R. Ghirshman, Perse : Proto-Iraniens, Mèdes, Achéménides, Gallimard, 1963 : n°318, pp. 262-263
S. Wilfried, 7000 Jahre persische Kunst, Meiterwerke aus dem Iranischen Nationalmuseum in Teheran, Wilfried, Skira, 2001: cat. n°120, pp. 207-208
The art of the Achaemenians, Parthians and Sasanians, Reza Abbasi Cultural and Arts Centre, 1977
P. Amandry, Orfèvrerie achéménide, Antike Kunst, 1. Jahrg., H. 1., 1958 : pp. 9-23
Just like lapis lazuli, the lion in the Ancient Near East was both a symbol of power and authority and, like the blue color of the stone, this animal was endowed with a protective and apotropaic value.
Thus, from the Uruk period in the fourth millennium BC, it occupies – together with the bull – a prominent place in the animal iconography of the civilizations of this region.
In monumental art, it is found both among the Hittites in Anatolia and among the Assyrians and Babylonians in Mesopotamia, where it guards the entrance and strolls on the walls of palaces and of the temples linked to the cult of the goddess Ishtar. It is also the object of the royal hunts depicted in relief on the walls of Neo-Assyrian palaces.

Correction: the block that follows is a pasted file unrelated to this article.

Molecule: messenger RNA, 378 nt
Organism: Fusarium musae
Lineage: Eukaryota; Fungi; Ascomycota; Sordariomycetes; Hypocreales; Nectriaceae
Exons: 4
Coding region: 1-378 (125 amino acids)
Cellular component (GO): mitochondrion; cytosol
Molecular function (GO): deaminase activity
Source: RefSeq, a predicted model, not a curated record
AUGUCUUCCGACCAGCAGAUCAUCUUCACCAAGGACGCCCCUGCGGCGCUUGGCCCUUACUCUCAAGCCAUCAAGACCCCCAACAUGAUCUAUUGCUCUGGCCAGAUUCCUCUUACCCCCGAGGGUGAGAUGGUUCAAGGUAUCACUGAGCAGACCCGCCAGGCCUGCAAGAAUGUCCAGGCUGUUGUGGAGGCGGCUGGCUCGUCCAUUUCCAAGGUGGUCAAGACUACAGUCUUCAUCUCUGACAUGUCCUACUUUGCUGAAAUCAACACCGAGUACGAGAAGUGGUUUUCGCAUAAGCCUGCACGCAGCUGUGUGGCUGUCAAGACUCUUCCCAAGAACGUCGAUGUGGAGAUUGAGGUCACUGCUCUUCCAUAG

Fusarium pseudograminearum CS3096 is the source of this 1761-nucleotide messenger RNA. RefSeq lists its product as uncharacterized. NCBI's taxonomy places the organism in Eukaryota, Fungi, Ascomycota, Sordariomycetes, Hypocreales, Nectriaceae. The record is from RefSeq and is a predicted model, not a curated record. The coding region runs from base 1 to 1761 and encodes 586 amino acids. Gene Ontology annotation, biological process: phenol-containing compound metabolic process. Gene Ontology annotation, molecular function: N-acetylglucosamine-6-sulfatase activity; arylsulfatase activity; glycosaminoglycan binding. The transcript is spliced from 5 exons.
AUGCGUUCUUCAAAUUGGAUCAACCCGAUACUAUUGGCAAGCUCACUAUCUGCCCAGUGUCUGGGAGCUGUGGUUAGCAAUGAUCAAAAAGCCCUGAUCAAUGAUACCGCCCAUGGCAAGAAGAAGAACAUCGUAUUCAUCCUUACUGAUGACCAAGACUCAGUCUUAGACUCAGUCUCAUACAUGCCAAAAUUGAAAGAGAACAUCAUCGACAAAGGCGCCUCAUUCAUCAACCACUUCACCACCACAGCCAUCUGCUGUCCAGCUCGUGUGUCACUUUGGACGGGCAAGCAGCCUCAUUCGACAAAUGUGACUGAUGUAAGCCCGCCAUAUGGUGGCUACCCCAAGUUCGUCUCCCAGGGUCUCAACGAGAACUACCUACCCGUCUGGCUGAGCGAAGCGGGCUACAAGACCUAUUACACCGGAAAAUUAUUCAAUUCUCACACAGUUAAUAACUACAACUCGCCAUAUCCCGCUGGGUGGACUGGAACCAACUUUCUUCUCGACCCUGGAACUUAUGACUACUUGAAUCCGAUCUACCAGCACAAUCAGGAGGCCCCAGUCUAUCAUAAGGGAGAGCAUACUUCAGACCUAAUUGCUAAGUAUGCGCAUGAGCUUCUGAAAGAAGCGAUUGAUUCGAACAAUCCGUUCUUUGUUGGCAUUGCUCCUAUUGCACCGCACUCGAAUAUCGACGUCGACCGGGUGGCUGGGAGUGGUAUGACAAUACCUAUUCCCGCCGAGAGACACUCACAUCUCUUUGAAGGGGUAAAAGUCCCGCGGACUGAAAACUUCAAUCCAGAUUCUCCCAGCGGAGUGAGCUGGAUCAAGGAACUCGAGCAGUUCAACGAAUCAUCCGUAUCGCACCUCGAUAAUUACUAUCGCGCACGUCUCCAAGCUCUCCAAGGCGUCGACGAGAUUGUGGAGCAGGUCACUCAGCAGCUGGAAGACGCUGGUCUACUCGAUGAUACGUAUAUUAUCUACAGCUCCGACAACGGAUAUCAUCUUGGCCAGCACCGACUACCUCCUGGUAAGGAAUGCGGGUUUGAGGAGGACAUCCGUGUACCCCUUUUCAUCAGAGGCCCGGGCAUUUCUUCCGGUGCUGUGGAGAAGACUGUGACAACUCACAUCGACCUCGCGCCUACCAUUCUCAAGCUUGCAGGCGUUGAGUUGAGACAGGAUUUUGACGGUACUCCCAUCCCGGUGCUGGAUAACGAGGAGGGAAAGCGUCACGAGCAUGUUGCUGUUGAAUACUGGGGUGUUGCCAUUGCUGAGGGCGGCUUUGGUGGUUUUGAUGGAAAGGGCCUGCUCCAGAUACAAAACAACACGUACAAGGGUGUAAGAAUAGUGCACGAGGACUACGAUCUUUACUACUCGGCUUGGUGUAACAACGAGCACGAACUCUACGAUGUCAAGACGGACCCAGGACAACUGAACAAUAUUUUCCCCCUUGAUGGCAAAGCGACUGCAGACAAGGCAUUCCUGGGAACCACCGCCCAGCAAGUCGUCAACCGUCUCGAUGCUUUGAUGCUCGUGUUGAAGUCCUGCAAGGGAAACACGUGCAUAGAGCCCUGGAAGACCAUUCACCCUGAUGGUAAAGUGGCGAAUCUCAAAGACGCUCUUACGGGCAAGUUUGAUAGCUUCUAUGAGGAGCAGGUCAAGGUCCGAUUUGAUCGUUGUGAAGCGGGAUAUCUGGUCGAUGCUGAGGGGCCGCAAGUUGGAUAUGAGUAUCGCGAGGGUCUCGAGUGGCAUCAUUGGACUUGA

But it was in Achaemenid Iran, where it became the splendid symbol of the Iranian royalty, that its representation reached its peak, both in architectural complexes where it adorns the capitals of the columns and the enameled bricks of the walls in Persepolis and in portable arts such as furniture, ceremonial weapons, luxury tableware and jewelry. The symbolic importance of the lion persisted in Iran well beyond antiquity, throughout the Islamic period and until modern times, to the point of appearing at the center of the national flag until 1979.